THE DANCE ENTHUSIAST ASKS: Lukas McFarlane, Kate Prince, and Sting, "Message In A Bottle" Comes to City Center

THE DANCE ENTHUSIAST ASKS: Lukas McFarlane, Kate Prince, and Sting, "Message In A Bottle" Comes to City Center
Christine Jowers/Follow @cmmjowers on Instagram

By Christine Jowers/Follow @cmmjowers on Instagram
View Profile | More From This Author

Published on March 24, 2024
Image via Alamy Photos

Message In A Bottle

WHERE: New York City Center | WHEN: April 30 - May 12, 2024

OTHER SHOWS: The Kennedy Center in California + Knight Theater in North Carolina

Previously at  Boston's Emerson Colonial Theatre | WHEN: March 26 - 30, 2024


MORE INFO: Visit the official website

Lukas McFarlane, a dancer and choreographer from Calgary, Canada, became a household name in the United Kingdom when at the age of nineteen, he won SKY1’s popular television competition show Got to Dance. Since then, he’s carved out a dazzling career. He’s danced with Taylor Swift, Celine Dion, and Pink; directed and choreographed for brands like GAP and UNIQLO; and, he’s shared his skills on television shows such as “The X Factor,” and  “The Voice” to name a few.

This spring, we lucky folk in the United States will get to see McFarlane at work in the role of 'Leto,' one of the lead characters in the acclaimed theatrical production Message In A Bottle, inspired by, and filled with hit songs by the iconic musician, Sting.

Lukas McFarlane and castmate  in Message In A Bottle. Photo: Alamy Photos

In addition to dancing on the show, McFarlane works as associate choreographer with Kate Prince, the show’s originator, lead choreographer, and associate resident artist with her company, Zoo Nation, at the  Old Vic and Sadler's Wells in London.

The story goes that Prince, during her honeymoon on a beach in Greece, was listening to Sting’s Message In A Bottle. This was a song she’d loved since she was a girl (even choosing it to be played at her wedding). Lost in thought, she casually wondered what it would be like to create a play based on Sting’s music. Upon returning home to London she mentioned her idea to Sadler's Wells artistic and co-chief executive director, Sir Alistair Spalding. From there wheels were set in motion, meetings had, stars aligned, and a play was born.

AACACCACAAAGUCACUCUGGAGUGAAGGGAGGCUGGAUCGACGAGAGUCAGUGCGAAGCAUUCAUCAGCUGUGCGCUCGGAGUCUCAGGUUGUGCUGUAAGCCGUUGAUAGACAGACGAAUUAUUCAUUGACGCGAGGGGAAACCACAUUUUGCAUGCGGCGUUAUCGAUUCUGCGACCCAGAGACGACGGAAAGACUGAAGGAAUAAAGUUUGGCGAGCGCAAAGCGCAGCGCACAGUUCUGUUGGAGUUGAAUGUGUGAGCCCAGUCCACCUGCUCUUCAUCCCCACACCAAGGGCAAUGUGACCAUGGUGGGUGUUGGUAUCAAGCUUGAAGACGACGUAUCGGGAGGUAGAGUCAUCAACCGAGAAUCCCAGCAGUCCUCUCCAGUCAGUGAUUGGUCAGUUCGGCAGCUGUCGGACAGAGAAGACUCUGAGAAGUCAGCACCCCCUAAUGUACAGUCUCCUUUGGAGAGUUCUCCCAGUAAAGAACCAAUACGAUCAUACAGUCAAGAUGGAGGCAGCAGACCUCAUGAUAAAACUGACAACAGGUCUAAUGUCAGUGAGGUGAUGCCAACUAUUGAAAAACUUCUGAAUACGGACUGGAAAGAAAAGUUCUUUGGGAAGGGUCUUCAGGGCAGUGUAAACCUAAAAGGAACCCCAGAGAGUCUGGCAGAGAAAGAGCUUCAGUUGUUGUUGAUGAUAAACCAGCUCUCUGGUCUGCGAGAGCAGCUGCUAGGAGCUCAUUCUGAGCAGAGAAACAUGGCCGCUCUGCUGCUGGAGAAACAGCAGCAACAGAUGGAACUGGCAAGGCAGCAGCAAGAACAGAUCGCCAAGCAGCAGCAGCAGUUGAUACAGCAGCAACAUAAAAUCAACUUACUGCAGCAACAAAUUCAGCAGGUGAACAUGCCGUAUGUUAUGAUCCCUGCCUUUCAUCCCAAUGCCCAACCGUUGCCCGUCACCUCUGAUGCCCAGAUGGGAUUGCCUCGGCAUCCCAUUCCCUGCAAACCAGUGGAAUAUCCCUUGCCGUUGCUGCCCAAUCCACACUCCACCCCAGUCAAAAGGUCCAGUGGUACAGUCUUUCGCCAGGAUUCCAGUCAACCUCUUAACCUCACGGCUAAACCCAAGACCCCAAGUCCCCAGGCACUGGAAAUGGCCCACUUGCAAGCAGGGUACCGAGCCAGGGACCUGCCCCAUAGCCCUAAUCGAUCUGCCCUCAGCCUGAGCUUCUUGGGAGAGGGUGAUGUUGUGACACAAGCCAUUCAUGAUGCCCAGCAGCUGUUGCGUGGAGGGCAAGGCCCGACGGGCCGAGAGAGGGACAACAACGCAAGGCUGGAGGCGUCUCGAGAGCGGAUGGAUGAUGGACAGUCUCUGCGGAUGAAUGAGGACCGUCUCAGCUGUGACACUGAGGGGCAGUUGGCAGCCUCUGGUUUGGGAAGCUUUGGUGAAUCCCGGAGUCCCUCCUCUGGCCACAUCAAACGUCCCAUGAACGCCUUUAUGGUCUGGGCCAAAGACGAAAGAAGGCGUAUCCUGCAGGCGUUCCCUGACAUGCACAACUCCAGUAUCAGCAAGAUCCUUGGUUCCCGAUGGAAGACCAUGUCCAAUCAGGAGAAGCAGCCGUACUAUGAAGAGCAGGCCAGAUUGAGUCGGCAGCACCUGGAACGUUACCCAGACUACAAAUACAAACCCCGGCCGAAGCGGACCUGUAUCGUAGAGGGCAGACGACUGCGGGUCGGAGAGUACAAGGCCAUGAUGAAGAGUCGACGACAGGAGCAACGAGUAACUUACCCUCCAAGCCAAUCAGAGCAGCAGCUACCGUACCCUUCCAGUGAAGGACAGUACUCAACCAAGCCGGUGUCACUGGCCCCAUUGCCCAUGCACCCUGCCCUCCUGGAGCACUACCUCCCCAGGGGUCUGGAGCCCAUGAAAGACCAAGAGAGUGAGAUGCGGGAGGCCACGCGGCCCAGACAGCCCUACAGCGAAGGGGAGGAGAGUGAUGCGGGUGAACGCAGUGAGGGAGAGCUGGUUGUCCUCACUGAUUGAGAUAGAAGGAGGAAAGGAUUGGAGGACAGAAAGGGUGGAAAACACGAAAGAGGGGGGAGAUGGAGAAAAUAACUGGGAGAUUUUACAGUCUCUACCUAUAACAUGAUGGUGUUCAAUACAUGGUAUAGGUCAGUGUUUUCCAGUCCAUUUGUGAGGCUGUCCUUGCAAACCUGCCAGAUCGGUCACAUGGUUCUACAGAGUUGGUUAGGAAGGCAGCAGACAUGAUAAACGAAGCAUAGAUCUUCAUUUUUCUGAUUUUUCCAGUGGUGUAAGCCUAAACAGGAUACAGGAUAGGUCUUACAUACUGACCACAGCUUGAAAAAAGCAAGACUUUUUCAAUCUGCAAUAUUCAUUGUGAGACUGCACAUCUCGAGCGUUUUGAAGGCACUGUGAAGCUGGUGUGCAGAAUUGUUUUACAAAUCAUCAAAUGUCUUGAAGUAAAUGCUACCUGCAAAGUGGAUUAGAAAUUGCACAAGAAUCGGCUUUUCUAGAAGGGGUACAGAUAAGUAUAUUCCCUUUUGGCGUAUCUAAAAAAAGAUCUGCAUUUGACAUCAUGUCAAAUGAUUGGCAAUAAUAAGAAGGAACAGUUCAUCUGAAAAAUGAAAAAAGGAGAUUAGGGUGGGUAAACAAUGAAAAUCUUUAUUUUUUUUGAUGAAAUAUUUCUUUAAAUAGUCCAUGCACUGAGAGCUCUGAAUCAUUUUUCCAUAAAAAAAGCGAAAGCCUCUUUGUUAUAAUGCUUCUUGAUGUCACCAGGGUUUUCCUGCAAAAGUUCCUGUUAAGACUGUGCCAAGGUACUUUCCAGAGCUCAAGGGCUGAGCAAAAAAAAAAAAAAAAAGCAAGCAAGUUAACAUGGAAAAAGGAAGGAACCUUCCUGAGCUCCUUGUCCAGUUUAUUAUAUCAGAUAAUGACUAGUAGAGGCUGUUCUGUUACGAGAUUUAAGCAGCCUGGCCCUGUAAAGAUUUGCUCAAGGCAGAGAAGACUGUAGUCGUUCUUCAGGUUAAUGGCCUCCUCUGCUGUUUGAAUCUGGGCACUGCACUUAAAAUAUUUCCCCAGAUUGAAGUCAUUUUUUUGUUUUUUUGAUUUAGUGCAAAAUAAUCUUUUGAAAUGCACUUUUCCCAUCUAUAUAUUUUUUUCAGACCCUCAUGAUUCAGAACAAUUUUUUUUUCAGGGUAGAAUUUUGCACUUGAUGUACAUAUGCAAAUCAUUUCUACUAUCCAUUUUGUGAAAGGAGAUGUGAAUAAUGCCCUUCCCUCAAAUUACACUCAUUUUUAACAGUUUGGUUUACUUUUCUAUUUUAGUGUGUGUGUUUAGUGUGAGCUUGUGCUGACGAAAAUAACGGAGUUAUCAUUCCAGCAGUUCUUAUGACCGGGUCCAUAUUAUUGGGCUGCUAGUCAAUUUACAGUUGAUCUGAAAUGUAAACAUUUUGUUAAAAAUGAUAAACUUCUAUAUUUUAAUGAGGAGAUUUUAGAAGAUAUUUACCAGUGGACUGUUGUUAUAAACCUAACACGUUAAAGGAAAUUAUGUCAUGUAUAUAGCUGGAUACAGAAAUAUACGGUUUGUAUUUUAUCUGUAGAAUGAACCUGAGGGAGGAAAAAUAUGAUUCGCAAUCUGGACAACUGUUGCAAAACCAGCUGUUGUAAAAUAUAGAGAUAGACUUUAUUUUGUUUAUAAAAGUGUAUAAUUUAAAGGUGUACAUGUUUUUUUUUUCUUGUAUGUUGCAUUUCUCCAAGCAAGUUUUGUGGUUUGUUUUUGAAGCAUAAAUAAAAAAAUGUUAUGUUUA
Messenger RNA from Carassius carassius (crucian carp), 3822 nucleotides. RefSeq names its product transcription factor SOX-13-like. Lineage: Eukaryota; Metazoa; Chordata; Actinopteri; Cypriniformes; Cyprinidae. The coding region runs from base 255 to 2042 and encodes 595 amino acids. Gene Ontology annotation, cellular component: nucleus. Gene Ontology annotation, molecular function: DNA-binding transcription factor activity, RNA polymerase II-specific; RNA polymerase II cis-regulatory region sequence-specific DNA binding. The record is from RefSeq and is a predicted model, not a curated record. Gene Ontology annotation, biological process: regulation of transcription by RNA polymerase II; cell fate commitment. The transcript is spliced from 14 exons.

Message In A Bottle is currently in the middle of its ten-city North American Tour and McFarlane says to potential audiences, “I promise you, it's like nothing you've experienced, in the best way.”

I had the pleasure of chatting with Lukas McFarlane about his participation in Message In A Bottle his career start in competition dance, and the importance of keeping an open mind.

Christine Jowers for The Dance Enthusiast: I watched your final dance number for the Got to Dance program. You did some furious à la seconde turns that were really amazing.

Lukas McFarlane: Yah, those turns are like competition gold — everything I learned growing up in the competition dance world in Canada. And actually, I didn’t want to do that TV show. I wanted to be a dancer. When the show approached me I said no a couple of times. Then, flash forward, I ended up winning, which was so not the plan at all. But it obviously changed my life.

You wanted to be a dancer. Concert dance? Commercial?

Commercial dancer. I mean, I trained in everything. I'm actually a tap dancer first. That was my first love. But I decided not to go the concert route even though I got accepted into Ailey and Tisch in New York. I wanted to be a backup dancer. That was my dream when I was 18, to dance with the big singers. So, I moved to London and was pursuing that for a long time, with lots of rejection, as happens [when you enter] in a new industry. When they approached me for the TV show, it wasn't really the route I wanted to go. I wanted to have clout as a working professional dancer, not as a TV star.

Luke McFarlane in competition mode. Photo: Alamy Photos

Really? Good you changed your mind.